IT IS time for South Africans to stop defacing works of art. I am aware that in saying this, I run the risk of sounding like a grumpy old reactionary. It’s a terribly unpost-postmodern, un-anticolonial stance to adopt. But, there you go.
In 2012, when red crosses and black splotches of paint covered Brett Murray’s controversial depiction of Jacob Zuma in “The Spear”, there was a frisson of excitement. Shock! Horror! Delight! The defacement, like the crowds gathered in protest outside the Goodman Gallery and the threats uttered by politicians, at least signalled that people were paying attention to art: for better or worse, the episode seemed to confirm — works of art matter.
Fast-forward a couple of years and the Tokolos Stencils crew, known in particular for its graffiti reminders of the Marikana massacre, set their sights on Michael Elion’s “Perceiving Freedom”. The sculpture — a giant pair of Ray Ban sunglasses looking from the Sea Point promenade across the sea to Robben Island — was widely criticised for its crass conflation of struggle history and consumerism, and it seemed that the consensus was, “he asked for it”.
Chumani Maxwele throwing human faeces at that statue of Cecil John Rhodes at the University of Cape Town (UCT) was not, properly, an act of defacement; the poo was washed away easily enough. And when it was subsequently damaged, the ugly statue of an ugly man was no longer viewed as a work of art — it had now become a symbol of a much broader phenomenon.
It has been almost a year since the statue was removed, and we are still no closer to a policy, or even a formalised public consultation, over what to do with dozens of similarly problematic statues across the country.
Last month, a different #RhodesMustFall activation led to the painting-burning debacle. Readers of this column will know that, while I don’t condone the destruction of any artwork, the canvas pyres at UCT formed part of an irresolvably complex historical moment in the higher education sector in the country and must be seen within the context of other literal and figurative fires on our campuses.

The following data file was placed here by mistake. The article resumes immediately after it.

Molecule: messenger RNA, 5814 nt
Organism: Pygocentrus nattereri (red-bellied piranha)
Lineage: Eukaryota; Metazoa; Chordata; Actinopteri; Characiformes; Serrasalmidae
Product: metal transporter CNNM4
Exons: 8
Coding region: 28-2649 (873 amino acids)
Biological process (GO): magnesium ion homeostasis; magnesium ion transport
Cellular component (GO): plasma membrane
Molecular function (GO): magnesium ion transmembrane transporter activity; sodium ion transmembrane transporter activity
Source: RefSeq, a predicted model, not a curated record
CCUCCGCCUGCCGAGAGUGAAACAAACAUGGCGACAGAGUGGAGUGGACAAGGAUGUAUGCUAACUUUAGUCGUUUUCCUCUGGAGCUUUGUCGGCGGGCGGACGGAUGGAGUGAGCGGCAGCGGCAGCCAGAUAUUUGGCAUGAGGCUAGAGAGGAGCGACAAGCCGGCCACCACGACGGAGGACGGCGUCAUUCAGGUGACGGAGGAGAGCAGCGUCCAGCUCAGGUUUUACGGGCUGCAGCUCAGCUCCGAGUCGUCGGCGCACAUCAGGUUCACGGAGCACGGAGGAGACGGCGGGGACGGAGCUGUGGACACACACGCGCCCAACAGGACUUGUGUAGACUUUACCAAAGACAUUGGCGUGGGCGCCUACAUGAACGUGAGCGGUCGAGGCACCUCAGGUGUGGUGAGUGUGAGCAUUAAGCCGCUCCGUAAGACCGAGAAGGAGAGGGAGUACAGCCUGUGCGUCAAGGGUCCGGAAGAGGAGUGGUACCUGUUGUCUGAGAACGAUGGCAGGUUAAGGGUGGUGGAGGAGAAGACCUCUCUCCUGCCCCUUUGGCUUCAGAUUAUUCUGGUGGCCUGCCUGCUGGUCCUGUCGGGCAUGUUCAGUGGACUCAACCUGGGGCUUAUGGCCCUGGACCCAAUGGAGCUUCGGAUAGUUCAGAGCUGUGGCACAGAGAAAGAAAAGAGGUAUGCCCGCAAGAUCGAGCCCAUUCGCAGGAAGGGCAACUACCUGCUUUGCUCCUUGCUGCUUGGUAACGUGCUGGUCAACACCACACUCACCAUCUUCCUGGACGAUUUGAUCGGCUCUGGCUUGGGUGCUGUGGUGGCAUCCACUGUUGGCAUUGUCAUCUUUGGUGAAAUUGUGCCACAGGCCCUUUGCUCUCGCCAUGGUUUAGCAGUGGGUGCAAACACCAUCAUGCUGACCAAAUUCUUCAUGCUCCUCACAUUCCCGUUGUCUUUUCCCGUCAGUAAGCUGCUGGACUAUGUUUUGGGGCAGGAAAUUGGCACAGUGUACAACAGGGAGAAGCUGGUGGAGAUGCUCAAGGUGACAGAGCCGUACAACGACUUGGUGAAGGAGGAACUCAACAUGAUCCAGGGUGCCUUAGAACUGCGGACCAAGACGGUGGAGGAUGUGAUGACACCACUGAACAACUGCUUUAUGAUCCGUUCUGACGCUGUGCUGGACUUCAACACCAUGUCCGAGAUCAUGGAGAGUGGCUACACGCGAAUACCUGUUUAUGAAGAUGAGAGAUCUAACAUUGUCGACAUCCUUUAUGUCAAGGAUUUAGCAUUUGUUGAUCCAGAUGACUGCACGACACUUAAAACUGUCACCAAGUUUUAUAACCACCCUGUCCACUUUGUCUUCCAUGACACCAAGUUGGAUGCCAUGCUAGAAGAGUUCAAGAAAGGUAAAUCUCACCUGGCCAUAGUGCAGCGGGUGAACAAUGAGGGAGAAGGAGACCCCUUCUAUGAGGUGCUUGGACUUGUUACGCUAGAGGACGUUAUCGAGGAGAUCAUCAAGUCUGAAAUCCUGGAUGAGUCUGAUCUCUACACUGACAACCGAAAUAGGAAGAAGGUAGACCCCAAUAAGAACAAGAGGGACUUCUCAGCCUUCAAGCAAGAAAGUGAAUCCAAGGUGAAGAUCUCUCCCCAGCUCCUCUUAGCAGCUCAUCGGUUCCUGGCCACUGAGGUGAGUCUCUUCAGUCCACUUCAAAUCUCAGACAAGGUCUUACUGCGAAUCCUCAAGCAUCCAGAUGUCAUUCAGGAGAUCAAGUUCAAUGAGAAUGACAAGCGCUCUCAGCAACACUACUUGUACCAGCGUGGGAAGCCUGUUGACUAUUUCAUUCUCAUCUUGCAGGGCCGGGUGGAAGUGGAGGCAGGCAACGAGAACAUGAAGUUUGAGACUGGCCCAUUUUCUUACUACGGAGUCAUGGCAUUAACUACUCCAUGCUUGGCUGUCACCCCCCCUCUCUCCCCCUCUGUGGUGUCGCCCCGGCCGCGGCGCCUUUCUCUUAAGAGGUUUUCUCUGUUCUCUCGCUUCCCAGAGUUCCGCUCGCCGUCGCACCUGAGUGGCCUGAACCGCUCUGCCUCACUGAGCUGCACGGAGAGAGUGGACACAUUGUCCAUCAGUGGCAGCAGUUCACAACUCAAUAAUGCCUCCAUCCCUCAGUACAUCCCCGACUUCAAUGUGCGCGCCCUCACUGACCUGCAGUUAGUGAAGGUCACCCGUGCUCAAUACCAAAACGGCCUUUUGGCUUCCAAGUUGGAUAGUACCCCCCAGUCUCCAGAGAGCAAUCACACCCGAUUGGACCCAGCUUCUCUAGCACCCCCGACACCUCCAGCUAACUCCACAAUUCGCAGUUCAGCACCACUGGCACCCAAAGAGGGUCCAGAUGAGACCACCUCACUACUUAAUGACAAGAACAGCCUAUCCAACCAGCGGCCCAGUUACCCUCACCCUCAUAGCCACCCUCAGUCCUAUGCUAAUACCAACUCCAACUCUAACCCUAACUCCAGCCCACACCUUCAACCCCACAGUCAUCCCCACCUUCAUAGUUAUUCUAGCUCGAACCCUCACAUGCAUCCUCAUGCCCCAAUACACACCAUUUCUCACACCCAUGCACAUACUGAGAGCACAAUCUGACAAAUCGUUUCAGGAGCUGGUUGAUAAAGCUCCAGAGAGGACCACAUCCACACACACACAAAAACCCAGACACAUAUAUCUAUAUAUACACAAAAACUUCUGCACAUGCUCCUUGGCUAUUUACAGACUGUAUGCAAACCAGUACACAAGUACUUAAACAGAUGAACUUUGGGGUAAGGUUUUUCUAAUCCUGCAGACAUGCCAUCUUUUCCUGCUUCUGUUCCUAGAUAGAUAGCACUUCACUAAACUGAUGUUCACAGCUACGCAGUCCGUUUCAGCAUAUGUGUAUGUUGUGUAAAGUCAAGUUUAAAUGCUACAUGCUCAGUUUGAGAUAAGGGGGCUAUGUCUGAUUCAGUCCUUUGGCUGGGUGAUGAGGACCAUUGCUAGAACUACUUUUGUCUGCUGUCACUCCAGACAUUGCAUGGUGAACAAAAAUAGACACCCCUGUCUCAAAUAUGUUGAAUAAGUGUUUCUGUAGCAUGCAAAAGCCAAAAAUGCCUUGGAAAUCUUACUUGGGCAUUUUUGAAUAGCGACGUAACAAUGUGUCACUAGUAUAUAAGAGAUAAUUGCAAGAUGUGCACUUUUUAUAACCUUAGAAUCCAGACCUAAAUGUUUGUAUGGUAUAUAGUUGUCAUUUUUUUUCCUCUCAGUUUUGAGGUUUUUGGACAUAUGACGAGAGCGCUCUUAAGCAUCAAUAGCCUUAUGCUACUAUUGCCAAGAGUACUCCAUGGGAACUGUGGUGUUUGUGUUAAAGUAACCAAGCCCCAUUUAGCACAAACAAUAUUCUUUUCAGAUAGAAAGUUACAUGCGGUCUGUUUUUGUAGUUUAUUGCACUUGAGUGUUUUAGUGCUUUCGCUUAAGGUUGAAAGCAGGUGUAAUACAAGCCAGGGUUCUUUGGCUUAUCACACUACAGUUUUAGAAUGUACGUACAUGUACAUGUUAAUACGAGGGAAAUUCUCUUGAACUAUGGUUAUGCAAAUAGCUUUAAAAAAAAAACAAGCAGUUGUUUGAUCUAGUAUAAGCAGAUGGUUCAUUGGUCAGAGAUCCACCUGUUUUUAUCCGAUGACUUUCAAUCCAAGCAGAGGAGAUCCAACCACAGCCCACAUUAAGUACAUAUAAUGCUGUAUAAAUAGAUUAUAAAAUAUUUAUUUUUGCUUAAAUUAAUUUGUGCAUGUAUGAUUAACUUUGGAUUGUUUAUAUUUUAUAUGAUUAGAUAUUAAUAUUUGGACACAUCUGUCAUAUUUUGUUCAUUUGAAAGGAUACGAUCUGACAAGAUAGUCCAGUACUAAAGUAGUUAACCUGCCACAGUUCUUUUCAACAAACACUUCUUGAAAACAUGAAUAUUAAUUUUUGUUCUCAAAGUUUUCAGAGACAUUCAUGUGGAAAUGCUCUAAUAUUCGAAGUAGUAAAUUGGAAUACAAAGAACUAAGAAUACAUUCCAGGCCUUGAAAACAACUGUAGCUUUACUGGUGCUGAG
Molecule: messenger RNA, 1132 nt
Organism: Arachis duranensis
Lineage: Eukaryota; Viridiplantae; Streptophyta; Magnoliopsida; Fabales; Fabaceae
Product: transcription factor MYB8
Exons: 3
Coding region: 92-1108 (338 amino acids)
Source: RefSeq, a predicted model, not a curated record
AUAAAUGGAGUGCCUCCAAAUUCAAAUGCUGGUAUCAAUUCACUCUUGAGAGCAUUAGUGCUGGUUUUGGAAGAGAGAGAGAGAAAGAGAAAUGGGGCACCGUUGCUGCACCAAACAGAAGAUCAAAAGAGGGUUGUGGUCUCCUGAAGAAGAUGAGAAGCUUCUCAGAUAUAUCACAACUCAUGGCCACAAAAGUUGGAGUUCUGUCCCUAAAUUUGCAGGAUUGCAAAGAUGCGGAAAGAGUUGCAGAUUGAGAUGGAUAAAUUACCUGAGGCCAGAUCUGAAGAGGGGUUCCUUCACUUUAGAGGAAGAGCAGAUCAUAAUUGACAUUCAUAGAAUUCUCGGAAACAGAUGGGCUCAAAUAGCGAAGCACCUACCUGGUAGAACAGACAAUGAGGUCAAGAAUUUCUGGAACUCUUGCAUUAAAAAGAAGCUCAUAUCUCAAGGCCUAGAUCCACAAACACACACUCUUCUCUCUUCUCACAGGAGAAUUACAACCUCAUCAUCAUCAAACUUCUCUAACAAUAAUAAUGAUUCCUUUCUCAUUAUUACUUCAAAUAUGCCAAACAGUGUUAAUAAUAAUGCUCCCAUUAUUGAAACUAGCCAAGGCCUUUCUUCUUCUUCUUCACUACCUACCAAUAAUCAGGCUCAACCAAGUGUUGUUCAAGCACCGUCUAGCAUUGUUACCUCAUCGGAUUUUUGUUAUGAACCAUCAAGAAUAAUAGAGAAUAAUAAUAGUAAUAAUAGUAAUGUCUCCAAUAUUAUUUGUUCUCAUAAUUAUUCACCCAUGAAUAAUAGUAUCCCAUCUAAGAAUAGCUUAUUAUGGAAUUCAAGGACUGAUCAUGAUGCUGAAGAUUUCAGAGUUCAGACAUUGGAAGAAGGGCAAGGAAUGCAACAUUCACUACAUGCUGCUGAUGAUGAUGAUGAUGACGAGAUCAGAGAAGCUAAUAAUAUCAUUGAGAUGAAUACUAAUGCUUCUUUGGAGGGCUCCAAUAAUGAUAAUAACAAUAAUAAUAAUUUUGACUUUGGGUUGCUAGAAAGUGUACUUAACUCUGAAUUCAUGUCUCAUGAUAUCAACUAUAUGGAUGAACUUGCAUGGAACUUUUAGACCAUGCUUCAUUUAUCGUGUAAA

And then, in a further twist, UCT’s Trans Collective disrupted the disrupters-in-chief: at the opening of an exhibition curated to tell the “evolving story” of the #RhodesMustFall movement, protesters entered the gallery and defaced photographs and other documentary works.
Their message was clear: RMF pays lip service to “intersectionality” but is in fact guilty of “faux inclusivity” when it comes to those who identify as both black and “trans” or “queer”.
A photograph of Maxwele even had the word “rapist” daubed across it.
This gendered critique is not without substance. There has been a disturbing strand of hypermasculinity in many instances of student activism in the past year or so, even though women have been prominent as leaders of RMF or #FeesMustFall.
For the Trans Collective, however, it goes further: “black women”, they argue, are “complicit” in the erasure of trans or queer people from the profile of the movement.
RMF, they claim, reinforces heteronormativity and, more generally, fails to challenge the reigning patriarchy.
Now, there are a lot of long words to digest here. So perhaps, you may be thinking, there is a case for simple, direct expressions of opposition: the insertion of naked “queer” bodies into the gallery space followed by the defacing of images that are deemed to offer only a glancing acknowledgement of those bodies and the identities they represent.
It is a case of spectacle trumped by spectacle — RMF, detractors might cynically affirm, has been hoist with its own petard.
But where does that leave us? Does the Trans Collective have the final say? Or will they be subjected, in turn, to the politics of disruption and defacement when next they embark on a project — a campaign, an event, an exhibition?
Let’s call it quits, people. We are at risk of turning the gallery space and the city street alike into stages for elaborate tit-for-tat pageants in which dissent means shouting down those with whom you disagree — and perhaps physically strong-arming them.
If I were the type to commit the slippery slope fallacy, I would be worried about where that may lead.